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Buruli ulcer

4-minute read

What is Buruli ulcer?

Buruli ulcer is a bacterial disease that causes damage to the skin. If left untreated, it can lead to severe skin and limb damage, so early treatment is vital. Researchers are still working on how best to prevent the disease.

Buruli ulcer is mainly found in tropical and subtropical areas. It has been reported in 33 countries around the world, mostly countries in central and west Africa. However, cases have also been reported in Australia, China, Japan and countries of the Western Pacific and the Americas.

Where does Buruli ulcer occur in Australia?

Victoria reports some of the highest numbers of Buruli ulcer cases in the world each year.

Cases of Buruli ulcer have been reported in southern areas of Victoria, in coastal regions of East Gippsland and on the Bellarine and Mornington Peninsulas. In Melbourne, cases have also been reported in the south-eastern bayside areas and in Essendon, Moonee Ponds and Brunswick West. The area with the highest risk of infection is the Mornington Peninsula.

There have also been cases in far north Queensland, around the Mossman area.

The number of people with Buruli ulcer in Australia has increased in the past few years.

What are the symptoms of Buruli ulcer?

A painless lump, often mistaken for an insect bite, is usually the first sign of Buruli ulcer. This lump, known as a nodule, might be itchy and usually appears on the arms and legs, often over joints.

After 1 to 2 months, the skin in the area of the lump might start to break down and form an ulcer. If not treated, the ulcer can grow and destroy other tissues, including muscle and bone.

Sometimes, Buruli ulcer might cause a raised, rough patch on the skin, or the affected limb might become very swollen.

What causes Buruli ulcer?

Buruli ulcer is a chronic bacterial infection that mainly affects skin, and sometimes deeper tissues like muscle and bone.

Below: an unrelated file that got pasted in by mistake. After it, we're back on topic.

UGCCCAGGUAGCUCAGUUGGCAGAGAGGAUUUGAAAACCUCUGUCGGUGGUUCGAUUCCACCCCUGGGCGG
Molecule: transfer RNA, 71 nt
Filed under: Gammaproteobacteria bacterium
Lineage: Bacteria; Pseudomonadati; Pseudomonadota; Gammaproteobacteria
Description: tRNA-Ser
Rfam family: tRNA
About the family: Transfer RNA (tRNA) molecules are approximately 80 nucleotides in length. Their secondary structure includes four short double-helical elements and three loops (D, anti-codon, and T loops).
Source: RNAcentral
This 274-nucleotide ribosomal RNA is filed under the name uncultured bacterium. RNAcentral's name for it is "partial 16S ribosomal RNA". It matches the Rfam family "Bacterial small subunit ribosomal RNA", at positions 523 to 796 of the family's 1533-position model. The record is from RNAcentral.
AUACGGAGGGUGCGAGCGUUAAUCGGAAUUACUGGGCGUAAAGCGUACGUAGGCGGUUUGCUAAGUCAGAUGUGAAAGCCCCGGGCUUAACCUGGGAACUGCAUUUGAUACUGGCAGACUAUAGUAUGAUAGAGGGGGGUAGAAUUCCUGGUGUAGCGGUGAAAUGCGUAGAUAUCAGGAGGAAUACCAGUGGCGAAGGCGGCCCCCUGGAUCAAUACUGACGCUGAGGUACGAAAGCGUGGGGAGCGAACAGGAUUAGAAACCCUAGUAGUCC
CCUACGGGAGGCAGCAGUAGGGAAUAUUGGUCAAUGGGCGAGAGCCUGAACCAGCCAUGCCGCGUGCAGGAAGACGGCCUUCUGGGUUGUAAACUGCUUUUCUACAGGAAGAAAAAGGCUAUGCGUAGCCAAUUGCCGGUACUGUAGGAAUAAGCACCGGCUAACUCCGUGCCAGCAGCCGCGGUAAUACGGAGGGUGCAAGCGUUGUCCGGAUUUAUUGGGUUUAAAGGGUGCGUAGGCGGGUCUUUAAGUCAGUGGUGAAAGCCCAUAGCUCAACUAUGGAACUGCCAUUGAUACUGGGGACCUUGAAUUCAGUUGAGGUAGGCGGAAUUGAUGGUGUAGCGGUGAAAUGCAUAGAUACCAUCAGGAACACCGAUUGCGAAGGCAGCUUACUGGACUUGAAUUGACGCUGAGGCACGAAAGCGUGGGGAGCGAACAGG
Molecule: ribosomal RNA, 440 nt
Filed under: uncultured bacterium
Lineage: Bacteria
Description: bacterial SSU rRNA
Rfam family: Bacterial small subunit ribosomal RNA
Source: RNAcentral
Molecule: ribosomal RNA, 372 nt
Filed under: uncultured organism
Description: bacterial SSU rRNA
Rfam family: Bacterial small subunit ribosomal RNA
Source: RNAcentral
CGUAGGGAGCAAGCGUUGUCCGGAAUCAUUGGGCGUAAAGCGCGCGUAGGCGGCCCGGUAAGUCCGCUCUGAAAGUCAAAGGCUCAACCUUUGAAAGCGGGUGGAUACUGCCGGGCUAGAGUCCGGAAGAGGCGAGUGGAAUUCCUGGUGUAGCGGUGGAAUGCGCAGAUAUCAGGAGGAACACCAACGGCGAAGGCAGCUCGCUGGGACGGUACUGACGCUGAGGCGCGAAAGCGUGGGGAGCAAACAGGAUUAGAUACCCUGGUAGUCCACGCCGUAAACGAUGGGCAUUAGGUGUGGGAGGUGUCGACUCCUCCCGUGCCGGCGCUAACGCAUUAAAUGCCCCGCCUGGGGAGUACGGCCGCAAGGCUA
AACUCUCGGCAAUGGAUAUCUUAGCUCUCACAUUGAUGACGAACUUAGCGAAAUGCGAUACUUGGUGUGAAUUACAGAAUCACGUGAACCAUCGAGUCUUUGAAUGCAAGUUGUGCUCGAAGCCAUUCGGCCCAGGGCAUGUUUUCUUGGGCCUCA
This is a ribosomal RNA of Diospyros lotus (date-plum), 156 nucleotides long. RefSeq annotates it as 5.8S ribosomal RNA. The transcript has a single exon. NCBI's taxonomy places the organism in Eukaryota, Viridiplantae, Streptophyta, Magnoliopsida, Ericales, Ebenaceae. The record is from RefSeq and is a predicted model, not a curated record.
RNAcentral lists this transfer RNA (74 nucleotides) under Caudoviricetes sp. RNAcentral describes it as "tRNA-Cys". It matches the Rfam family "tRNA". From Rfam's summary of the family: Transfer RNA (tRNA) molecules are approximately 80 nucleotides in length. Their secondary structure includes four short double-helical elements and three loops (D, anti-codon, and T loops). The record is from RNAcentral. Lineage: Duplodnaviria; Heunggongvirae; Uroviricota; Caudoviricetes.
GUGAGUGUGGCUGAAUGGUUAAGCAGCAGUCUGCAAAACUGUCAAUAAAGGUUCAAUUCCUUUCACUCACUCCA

It is caused by the bacteria Mycobacterium ulcerans, which is related to the bacteria that causes tuberculosis and leprosy. In Australia, it is sometimes called 'Bairnsdale ulcer', because it was first detected in that region almost 100 years ago.

Mycobacterium ulcerans is found in the natural environment, usually in areas of swampy or stagnant water.

It is not known how the Mycobacterium ulcerans transmits to humans. Researchers are investigating whether mosquitoes play a role. It can't be transmitted from one person to another.

How is Buruli ulcer diagnosed?

Early diagnosis is critical so as to prevent the problem from getting worse.

Buruli ulcer is diagnosed by taking swabs from the ulcerated area. If there are no ulcers, the skin can be biopsied. These samples are then tested for Mycobacterium ulcerans.

How is Buruli ulcer treated?

  • Early treatment is vital. The primary treatment for Buruli ulcer is antibiotics.
  • Other treatments include surgery to remove infected tissue and apply skin grafts, and wound and swelling management to speed up healing.
  • In severe cases, physiotherapy and other support might be needed to help maintain movement and prevent disability.

Can Buruli ulcer be prevented?

It is not clear whether there is a way to prevent Buruli ulcer. However, health authorities advise, as a precaution, that people in affected areas:

  • wear gloves and protective clothing when gardening
  • clean cuts and grazes promptly
  • wash skin that comes into contact with stagnant water

Recent increases in the number of cases of Buruli ulcer in Australia have led to more research into how to treat and prevent the disease.

The BCG vaccine used to prevent tuberculosis does not work against Mycobacterium ulcerans.

However, researchers are currently investigating 3 main areas:

  • how Mycobacterium ulcerans is transmitted
  • how the disease can be diagnosed faster
  • which antibiotics provide the most effective treatment

Resources and support

Find out more here from Health Victoria on Mycobacterium ulcerans infection.

Learn more here about the development and quality assurance of healthdirect content.

Last reviewed: August 2021

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